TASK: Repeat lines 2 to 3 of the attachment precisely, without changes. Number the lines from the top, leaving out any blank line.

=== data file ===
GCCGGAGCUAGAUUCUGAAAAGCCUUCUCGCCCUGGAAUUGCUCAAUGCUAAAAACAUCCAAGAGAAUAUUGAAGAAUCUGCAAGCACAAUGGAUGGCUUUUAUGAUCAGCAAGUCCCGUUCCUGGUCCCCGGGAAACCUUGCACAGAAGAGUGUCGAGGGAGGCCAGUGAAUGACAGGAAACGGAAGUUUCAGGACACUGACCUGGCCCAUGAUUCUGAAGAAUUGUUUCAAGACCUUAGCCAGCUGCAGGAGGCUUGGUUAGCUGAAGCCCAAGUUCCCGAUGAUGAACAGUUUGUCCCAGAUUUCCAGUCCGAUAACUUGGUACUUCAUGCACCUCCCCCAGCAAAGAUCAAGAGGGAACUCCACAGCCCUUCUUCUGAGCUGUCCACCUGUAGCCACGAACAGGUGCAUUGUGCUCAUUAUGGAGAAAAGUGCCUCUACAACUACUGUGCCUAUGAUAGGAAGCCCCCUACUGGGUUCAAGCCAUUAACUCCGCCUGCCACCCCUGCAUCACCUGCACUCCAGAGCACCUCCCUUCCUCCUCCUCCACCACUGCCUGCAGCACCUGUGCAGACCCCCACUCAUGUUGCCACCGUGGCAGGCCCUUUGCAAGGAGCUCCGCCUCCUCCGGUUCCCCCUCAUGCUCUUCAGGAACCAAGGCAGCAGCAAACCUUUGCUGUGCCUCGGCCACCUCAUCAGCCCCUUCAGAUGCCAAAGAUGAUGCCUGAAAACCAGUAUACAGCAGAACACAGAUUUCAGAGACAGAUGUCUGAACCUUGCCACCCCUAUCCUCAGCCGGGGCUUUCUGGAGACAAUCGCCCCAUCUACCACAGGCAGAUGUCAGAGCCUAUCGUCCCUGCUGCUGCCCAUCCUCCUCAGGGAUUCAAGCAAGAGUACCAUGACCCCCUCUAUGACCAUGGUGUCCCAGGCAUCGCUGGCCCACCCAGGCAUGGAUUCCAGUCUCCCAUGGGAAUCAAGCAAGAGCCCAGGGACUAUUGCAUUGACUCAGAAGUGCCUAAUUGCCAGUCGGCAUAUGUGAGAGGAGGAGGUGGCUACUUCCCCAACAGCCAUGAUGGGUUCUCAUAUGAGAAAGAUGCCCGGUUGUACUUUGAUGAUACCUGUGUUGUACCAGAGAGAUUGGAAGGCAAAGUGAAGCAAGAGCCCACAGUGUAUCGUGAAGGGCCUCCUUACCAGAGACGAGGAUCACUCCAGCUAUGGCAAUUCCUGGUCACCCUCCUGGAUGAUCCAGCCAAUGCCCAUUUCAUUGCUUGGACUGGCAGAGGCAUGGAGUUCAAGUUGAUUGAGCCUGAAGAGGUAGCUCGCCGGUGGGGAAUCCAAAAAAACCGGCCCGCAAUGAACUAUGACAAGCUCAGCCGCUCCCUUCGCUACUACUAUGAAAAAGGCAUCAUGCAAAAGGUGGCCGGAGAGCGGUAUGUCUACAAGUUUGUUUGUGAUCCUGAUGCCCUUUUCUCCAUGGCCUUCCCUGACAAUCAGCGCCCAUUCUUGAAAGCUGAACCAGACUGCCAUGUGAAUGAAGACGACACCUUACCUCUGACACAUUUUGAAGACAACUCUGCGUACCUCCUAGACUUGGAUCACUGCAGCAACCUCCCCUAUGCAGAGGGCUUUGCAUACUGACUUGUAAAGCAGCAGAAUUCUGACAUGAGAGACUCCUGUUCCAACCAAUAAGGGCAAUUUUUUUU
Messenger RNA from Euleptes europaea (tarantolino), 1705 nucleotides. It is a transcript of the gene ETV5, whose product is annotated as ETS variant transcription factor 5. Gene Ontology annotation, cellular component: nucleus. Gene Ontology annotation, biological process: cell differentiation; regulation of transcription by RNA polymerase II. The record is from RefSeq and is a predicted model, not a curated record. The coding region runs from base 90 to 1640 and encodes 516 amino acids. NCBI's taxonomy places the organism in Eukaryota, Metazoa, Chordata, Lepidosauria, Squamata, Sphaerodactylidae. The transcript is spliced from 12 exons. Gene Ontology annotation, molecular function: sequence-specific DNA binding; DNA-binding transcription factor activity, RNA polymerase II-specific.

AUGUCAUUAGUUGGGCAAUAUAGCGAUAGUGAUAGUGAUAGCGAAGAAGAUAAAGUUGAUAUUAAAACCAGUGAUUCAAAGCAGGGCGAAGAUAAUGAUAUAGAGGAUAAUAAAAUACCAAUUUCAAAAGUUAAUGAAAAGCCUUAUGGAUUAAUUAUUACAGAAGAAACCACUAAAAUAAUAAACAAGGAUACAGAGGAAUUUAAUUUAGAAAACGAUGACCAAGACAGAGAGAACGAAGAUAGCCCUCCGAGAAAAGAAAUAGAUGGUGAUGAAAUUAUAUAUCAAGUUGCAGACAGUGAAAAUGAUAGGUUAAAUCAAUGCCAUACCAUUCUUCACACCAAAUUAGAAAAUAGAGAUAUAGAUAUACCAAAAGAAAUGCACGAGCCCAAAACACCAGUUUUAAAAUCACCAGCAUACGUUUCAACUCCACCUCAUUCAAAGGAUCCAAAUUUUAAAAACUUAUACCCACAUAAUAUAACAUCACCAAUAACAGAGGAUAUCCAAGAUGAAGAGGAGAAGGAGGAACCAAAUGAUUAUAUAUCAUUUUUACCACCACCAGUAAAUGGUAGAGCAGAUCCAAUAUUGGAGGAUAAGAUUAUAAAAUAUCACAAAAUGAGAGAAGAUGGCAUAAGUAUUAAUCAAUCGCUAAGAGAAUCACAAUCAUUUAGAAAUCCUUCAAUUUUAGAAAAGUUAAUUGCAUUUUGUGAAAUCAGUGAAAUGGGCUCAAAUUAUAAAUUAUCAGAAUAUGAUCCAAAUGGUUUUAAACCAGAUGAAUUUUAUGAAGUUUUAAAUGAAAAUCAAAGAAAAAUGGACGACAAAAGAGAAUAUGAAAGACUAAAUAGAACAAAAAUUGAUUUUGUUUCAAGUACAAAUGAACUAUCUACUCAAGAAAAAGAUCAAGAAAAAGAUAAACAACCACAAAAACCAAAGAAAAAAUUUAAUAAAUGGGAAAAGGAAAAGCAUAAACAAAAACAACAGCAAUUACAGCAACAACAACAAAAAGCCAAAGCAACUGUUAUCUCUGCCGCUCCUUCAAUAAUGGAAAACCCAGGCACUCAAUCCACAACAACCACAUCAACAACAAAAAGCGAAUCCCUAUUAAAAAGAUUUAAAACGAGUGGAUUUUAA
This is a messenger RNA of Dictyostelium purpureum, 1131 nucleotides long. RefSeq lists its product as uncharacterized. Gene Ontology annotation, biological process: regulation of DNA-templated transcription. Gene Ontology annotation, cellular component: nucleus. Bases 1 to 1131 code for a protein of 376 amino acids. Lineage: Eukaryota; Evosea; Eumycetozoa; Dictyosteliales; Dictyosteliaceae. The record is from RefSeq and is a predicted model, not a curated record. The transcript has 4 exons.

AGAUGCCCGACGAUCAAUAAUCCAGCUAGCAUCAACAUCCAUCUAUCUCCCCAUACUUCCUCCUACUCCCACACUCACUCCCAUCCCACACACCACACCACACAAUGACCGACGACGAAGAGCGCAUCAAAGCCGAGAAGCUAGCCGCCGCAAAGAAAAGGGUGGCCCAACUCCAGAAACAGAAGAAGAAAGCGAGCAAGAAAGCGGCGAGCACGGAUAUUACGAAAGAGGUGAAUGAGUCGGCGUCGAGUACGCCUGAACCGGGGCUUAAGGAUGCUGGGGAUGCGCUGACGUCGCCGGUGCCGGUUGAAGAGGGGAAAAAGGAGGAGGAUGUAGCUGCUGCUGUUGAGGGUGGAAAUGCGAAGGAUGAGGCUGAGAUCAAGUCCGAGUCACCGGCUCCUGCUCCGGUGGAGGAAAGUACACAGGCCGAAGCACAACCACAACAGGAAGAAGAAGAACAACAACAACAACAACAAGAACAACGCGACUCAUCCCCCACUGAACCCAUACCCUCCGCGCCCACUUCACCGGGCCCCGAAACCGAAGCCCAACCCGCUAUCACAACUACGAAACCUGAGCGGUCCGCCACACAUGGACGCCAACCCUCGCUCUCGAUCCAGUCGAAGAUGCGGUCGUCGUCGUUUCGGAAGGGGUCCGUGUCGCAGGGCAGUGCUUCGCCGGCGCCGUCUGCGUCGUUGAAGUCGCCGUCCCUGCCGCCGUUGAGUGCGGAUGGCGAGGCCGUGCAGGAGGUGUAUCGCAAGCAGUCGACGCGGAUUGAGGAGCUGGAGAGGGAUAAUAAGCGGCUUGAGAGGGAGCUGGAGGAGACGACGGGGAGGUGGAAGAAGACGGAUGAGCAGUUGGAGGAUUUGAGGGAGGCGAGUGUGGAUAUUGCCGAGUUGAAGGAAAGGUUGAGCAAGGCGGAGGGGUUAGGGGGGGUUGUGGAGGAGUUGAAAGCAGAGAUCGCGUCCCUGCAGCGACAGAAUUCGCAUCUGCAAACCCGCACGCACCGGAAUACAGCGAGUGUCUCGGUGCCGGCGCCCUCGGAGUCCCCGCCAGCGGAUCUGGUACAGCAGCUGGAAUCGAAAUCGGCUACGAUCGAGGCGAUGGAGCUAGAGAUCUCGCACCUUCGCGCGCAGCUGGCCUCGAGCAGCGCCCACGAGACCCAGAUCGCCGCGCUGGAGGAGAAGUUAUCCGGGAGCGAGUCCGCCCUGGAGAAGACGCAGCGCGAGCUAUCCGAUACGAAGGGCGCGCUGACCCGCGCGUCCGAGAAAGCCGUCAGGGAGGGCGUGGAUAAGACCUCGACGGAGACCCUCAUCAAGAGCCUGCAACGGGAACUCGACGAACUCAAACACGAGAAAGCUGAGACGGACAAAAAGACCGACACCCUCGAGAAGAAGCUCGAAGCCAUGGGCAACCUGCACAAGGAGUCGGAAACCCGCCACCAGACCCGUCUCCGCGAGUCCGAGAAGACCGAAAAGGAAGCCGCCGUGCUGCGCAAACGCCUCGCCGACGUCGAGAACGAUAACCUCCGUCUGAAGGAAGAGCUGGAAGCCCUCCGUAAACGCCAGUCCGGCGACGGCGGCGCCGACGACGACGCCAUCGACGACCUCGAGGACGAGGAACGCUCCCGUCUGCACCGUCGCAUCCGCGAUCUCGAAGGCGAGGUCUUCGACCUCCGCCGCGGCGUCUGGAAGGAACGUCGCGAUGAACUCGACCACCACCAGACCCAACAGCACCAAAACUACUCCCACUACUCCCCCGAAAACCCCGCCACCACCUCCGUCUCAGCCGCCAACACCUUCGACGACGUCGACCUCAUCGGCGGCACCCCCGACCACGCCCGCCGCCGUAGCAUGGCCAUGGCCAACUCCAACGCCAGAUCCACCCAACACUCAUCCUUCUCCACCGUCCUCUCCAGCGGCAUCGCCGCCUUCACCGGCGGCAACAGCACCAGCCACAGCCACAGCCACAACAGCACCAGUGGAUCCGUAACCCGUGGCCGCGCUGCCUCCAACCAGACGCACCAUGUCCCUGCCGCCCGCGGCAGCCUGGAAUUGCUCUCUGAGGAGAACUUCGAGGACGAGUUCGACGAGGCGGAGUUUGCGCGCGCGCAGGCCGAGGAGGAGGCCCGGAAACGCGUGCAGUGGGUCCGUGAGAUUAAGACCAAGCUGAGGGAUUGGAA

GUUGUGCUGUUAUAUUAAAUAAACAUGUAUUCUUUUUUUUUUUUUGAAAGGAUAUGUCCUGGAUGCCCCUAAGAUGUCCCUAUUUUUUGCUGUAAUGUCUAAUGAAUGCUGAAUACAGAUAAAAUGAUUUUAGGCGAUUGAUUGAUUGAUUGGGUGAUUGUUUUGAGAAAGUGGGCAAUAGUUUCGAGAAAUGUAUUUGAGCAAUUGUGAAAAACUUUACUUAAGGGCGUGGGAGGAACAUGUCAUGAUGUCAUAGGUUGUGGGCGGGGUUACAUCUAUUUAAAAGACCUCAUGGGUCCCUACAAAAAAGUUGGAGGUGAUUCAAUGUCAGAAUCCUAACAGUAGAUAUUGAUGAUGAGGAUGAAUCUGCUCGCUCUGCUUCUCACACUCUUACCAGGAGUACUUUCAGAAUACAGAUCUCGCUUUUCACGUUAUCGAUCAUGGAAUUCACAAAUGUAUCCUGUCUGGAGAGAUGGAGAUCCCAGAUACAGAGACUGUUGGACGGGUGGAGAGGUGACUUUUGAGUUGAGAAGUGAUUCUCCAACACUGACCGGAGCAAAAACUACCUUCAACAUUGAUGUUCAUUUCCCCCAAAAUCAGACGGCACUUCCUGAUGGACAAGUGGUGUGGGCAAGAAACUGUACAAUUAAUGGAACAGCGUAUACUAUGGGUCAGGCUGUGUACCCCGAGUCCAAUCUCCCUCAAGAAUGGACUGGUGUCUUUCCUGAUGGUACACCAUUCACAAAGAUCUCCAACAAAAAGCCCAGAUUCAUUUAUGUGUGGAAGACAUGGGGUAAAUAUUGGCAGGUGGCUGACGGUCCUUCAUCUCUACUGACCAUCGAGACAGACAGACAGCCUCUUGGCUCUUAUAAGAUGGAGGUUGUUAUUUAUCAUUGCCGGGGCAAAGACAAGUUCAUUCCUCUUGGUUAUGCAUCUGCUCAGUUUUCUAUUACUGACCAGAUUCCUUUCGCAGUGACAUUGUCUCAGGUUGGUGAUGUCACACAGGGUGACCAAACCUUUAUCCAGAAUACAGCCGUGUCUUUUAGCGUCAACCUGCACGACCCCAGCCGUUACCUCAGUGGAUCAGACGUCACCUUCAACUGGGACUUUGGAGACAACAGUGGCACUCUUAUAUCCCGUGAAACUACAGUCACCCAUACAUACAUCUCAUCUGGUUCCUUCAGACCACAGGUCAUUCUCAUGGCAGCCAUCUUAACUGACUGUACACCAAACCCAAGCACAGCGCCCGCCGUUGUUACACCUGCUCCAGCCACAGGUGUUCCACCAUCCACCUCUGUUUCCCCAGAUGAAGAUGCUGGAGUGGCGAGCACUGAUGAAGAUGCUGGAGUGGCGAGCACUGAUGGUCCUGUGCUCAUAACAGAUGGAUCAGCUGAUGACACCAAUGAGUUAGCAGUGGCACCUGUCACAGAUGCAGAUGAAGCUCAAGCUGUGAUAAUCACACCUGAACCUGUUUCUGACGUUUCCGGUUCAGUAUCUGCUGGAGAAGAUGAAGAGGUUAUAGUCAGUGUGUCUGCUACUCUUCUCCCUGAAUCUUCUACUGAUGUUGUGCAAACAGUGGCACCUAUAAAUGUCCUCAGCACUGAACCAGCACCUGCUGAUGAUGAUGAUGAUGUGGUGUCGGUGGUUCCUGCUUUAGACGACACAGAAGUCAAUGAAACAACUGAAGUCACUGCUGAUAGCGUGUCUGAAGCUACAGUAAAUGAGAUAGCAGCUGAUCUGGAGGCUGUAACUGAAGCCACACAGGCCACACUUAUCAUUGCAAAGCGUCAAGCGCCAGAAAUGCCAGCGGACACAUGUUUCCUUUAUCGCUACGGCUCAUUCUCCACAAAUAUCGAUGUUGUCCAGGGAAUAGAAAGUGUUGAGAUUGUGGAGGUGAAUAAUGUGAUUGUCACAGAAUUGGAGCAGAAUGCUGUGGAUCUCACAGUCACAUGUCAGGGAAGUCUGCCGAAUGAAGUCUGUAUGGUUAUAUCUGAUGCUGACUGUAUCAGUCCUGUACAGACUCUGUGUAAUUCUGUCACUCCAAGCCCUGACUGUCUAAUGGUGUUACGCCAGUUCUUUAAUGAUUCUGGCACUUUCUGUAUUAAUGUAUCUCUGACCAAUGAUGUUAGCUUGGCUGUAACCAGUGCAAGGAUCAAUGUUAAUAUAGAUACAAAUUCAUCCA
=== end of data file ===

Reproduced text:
Messenger RNA from Euleptes europaea (tarantolino), 1705 nucleotides. It is a transcript of the gene ETV5, whose product is annotated as ETS variant transcription factor 5. Gene Ontology annotation, cellular component: nucleus. Gene Ontology annotation, biological process: cell differentiation; regulation of transcription by RNA polymerase II. The record is from RefSeq and is a predicted model, not a curated record. The coding region runs from base 90 to 1640 and encodes 516 amino acids. NCBI's taxonomy places the organism in Eukaryota, Metazoa, Chordata, Lepidosauria, Squamata, Sphaerodactylidae. The transcript is spliced from 12 exons. Gene Ontology annotation, molecular function: sequence-specific DNA binding; DNA-binding transcription factor activity, RNA polymerase II-specific.

AUGUCAUUAGUUGGGCAAUAUAGCGAUAGUGAUAGUGAUAGCGAAGAAGAUAAAGUUGAUAUUAAAACCAGUGAUUCAAAGCAGGGCGAAGAUAAUGAUAUAGAGGAUAAUAAAAUACCAAUUUCAAAAGUUAAUGAAAAGCCUUAUGGAUUAAUUAUUACAGAAGAAACCACUAAAAUAAUAAACAAGGAUACAGAGGAAUUUAAUUUAGAAAACGAUGACCAAGACAGAGAGAACGAAGAUAGCCCUCCGAGAAAAGAAAUAGAUGGUGAUGAAAUUAUAUAUCAAGUUGCAGACAGUGAAAAUGAUAGGUUAAAUCAAUGCCAUACCAUUCUUCACACCAAAUUAGAAAAUAGAGAUAUAGAUAUACCAAAAGAAAUGCACGAGCCCAAAACACCAGUUUUAAAAUCACCAGCAUACGUUUCAACUCCACCUCAUUCAAAGGAUCCAAAUUUUAAAAACUUAUACCCACAUAAUAUAACAUCACCAAUAACAGAGGAUAUCCAAGAUGAAGAGGAGAAGGAGGAACCAAAUGAUUAUAUAUCAUUUUUACCACCACCAGUAAAUGGUAGAGCAGAUCCAAUAUUGGAGGAUAAGAUUAUAAAAUAUCACAAAAUGAGAGAAGAUGGCAUAAGUAUUAAUCAAUCGCUAAGAGAAUCACAAUCAUUUAGAAAUCCUUCAAUUUUAGAAAAGUUAAUUGCAUUUUGUGAAAUCAGUGAAAUGGGCUCAAAUUAUAAAUUAUCAGAAUAUGAUCCAAAUGGUUUUAAACCAGAUGAAUUUUAUGAAGUUUUAAAUGAAAAUCAAAGAAAAAUGGACGACAAAAGAGAAUAUGAAAGACUAAAUAGAACAAAAAUUGAUUUUGUUUCAAGUACAAAUGAACUAUCUACUCAAGAAAAAGAUCAAGAAAAAGAUAAACAACCACAAAAACCAAAGAAAAAAUUUAAUAAAUGGGAAAAGGAAAAGCAUAAACAAAAACAACAGCAAUUACAGCAACAACAACAAAAAGCCAAAGCAACUGUUAUCUCUGCCGCUCCUUCAAUAAUGGAAAACCCAGGCACUCAAUCCACAACAACCACAUCAACAACAAAAAGCGAAUCCCUAUUAAAAAGAUUUAAAACGAGUGGAUUUUAA